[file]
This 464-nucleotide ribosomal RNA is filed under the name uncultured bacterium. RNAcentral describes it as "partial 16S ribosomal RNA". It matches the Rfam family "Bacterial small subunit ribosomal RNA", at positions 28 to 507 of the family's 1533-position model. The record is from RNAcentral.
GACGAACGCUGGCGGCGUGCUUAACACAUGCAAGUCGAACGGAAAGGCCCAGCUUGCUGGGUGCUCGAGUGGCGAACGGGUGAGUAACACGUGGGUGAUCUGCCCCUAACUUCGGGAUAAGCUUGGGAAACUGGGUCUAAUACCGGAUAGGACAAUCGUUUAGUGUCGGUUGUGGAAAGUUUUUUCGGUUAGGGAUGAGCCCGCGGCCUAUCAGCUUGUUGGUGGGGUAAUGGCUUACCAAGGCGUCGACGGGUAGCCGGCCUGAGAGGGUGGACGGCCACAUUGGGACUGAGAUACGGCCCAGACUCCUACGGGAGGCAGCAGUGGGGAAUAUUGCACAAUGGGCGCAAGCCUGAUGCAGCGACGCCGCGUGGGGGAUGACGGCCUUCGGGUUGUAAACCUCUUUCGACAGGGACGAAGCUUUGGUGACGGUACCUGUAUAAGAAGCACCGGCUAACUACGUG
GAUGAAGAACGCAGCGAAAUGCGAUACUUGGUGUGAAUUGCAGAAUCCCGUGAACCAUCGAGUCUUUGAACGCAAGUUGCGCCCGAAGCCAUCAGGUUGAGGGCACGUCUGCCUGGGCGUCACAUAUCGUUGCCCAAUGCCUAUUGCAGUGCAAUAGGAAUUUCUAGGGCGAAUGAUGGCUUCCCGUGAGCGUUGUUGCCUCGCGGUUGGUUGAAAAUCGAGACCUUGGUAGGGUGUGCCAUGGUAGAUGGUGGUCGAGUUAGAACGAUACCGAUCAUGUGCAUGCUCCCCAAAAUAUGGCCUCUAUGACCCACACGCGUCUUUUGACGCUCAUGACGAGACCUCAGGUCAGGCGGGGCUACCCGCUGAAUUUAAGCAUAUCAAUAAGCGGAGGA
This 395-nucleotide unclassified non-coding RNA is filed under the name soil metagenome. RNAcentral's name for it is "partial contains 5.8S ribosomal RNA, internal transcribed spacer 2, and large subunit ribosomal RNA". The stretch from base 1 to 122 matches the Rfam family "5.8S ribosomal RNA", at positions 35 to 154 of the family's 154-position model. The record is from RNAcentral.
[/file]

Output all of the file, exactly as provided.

This 464-nucleotide ribosomal RNA is filed under the name uncultured bacterium. RNAcentral describes it as "partial 16S ribosomal RNA". It matches the Rfam family "Bacterial small subunit ribosomal RNA", at positions 28 to 507 of the family's 1533-position model. The record is from RNAcentral.
GACGAACGCUGGCGGCGUGCUUAACACAUGCAAGUCGAACGGAAAGGCCCAGCUUGCUGGGUGCUCGAGUGGCGAACGGGUGAGUAACACGUGGGUGAUCUGCCCCUAACUUCGGGAUAAGCUUGGGAAACUGGGUCUAAUACCGGAUAGGACAAUCGUUUAGUGUCGGUUGUGGAAAGUUUUUUCGGUUAGGGAUGAGCCCGCGGCCUAUCAGCUUGUUGGUGGGGUAAUGGCUUACCAAGGCGUCGACGGGUAGCCGGCCUGAGAGGGUGGACGGCCACAUUGGGACUGAGAUACGGCCCAGACUCCUACGGGAGGCAGCAGUGGGGAAUAUUGCACAAUGGGCGCAAGCCUGAUGCAGCGACGCCGCGUGGGGGAUGACGGCCUUCGGGUUGUAAACCUCUUUCGACAGGGACGAAGCUUUGGUGACGGUACCUGUAUAAGAAGCACCGGCUAACUACGUG
GAUGAAGAACGCAGCGAAAUGCGAUACUUGGUGUGAAUUGCAGAAUCCCGUGAACCAUCGAGUCUUUGAACGCAAGUUGCGCCCGAAGCCAUCAGGUUGAGGGCACGUCUGCCUGGGCGUCACAUAUCGUUGCCCAAUGCCUAUUGCAGUGCAAUAGGAAUUUCUAGGGCGAAUGAUGGCUUCCCGUGAGCGUUGUUGCCUCGCGGUUGGUUGAAAAUCGAGACCUUGGUAGGGUGUGCCAUGGUAGAUGGUGGUCGAGUUAGAACGAUACCGAUCAUGUGCAUGCUCCCCAAAAUAUGGCCUCUAUGACCCACACGCGUCUUUUGACGCUCAUGACGAGACCUCAGGUCAGGCGGGGCUACCCGCUGAAUUUAAGCAUAUCAAUAAGCGGAGGA
This 395-nucleotide unclassified non-coding RNA is filed under the name soil metagenome. RNAcentral's name for it is "partial contains 5.8S ribosomal RNA, internal transcribed spacer 2, and large subunit ribosomal RNA". The stretch from base 1 to 122 matches the Rfam family "5.8S ribosomal RNA", at positions 35 to 154 of the family's 154-position model. The record is from RNAcentral.